Still Rings True: The Enduring Voice of Keith Whitley
Please note, this event has expired.
Many of the groundbreaking artists who expanded country music’s audience in the 1990s—including Alison Krauss, Tim McGraw, and Country Music Hall of Fame members Garth Brooks and Alan Jackson—cite soulful singer Keith Whitley as a primary influence. And his impact continues today, through the work of acolytes Dierks Bentley, Blake Shelton, Chris Young, and others.
Born July 1, 1955, Whitley was raised in Sandy Hook, a tiny Appalachian coal-mining town in northeastern Kentucky. He made his radio debut at age eight, performing “You Win Again,” a 1952 Hank Williams hit, on WCHS in Charleston, West Virginia. At age thirteen, the singer began his professional career in earnest, forming a band with his older brother Dwight and friend and future Country Music Hall of Fame member Ricky Skaggs. Just two years later, Whitley and Skaggs joined the Clinch Mountain Boys, led by their musical hero Ralph Stanley. Whitley’s warm baritone appears on several Clinch Mountain Boys albums and on the records of J.D. Crowe & the New South.
In 1982, Whitley signed with the Nashville division of RCA to great acclaim from fans of traditional country music. After some initial misfires and minor hits, Whitley convinced RCA to scrap an entire album and allow him to produce his own work, a decision that led to his commercial breakthrough. Teaming with co-producer Garth Fundis, Whitley delivered a successful and critically lauded album, Don’t Close Your Eyes. Singles from the album included Whitley’s first #1 hits: “Don’t Close Your Eyes,” “When You Say Nothing at All,” and “I’m No Stranger to the Rain,” named CMA Single of the Year in 1989.
Whitley’s mounting career success was mirrored by newfound happiness in his personal life. In 1989, Whitley was thriving, raising a family with second wife Lorrie Morgan. Then, on May 9, 1989, shortly after finishing work on his next studio album, I Wonder Do You Think of Me, Whitley passed away from alcohol poisoning.
I Wonder Do You Think of Me was released three months later, on August 1, 1989, and it yielded two more #1 hits, with the title track and “It Ain’t Nothin’.” “I’m Over You” also reached #3, in early 1990.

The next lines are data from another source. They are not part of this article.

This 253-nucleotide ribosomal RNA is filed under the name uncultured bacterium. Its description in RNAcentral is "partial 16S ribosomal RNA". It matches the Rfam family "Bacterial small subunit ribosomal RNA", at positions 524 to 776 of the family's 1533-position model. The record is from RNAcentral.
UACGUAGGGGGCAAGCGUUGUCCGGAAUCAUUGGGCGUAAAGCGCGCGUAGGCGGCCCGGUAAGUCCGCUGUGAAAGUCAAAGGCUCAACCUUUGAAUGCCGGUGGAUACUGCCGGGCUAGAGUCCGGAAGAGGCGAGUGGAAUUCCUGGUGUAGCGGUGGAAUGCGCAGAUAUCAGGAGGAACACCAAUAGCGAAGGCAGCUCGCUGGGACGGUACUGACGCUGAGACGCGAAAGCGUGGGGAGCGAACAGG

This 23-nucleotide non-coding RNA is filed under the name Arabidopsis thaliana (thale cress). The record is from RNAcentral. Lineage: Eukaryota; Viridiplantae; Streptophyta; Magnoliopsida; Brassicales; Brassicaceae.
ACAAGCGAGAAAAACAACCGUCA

Keith Whitley exhibition highlights: Items featured in Still Rings True: The Enduring Voice of Keith Whitley include stage wear, instruments, and personal artifacts representative of Whitley’s childhood and music career.
Some highlights include a Sony TC-540 reel-to-reel tape recorder Elmer Whitley used to record the Lonesome Mountain Boys, a bluegrass group featuring his sons Dwight and Keith; a Dangerous Threads bolero jacket Whitley wore at one of his final public performances, in March 1989; and a 1980 C.W. Parsons & Co. acoustic guitar Whitley used extensively.
Admission is included with Museum ticket* or Museum membership.
Attendees must have a program pass to guarantee admission to this event. Limited seating. Program passes are free and distributed 30 minutes prior to each session at Universal Music Group Hatch Show Print Space for Design on a first-come, first-served basis.
$23.95/Seniors (60+) & Students
FREE/Children under 5 & Museum Members
*Tennessee children ages 18 and under from Cheatham, Davidson, Robertson, Rutherford, Sumner, Williamson, and Wilson counties receive free museum admission as part of Community Counts: Museum Admission Program for Locals. Up to two accompanying adults receive 25 percent off admission. Proof of residency required. For more information, please visit Community Counts or inquire at the Museum Box Office.
Contact: (615) 416-2001
INDIVIDUAL DATES & TIMES*
Additional time info:
The Museum is open daily from 9am-5pm. They are closed on Thanksgiving, Christmas Eve, and Christmas Day.
Coronavirus (COVID-19) Update
The Country Music Hall of Fame® and Museum will reopen its galleries to the public at 9am Thursday, September 10, 2020. The day before, Wednesday, September 9, the Museum will open at the same hour for Museum members. Tours of Hatch Show Print and Historic RCA Studio B will resume in a limited capacity. The Taylor Swift Education Center will be closed to the public for the time being. All in-person programming remains on hiatus. All exhibitions that had opened before the Museum closed on March 13 have been extended. The Museum will reopen in alignment with Nashville Mayor John Cooper’s Roadmap for Reopening Nashville. Policies and procedures will help ensure a safe and healthy environment for guests, staff, and volunteers. In addition to being a part of the Good to Go Program, the Museum worked with the Metro Health Department’s Policy Department to review and refine safety protocols and procedures. Guidelines include: Masks for staff and guests over age 2 Temperature checks for staff and guests entering the building Intensified and expanded cleaning routines, which include disinfecting high-touch surfaces such as elevator buttons, touchscreens, and handrails Timed ticketing and touchless transactions
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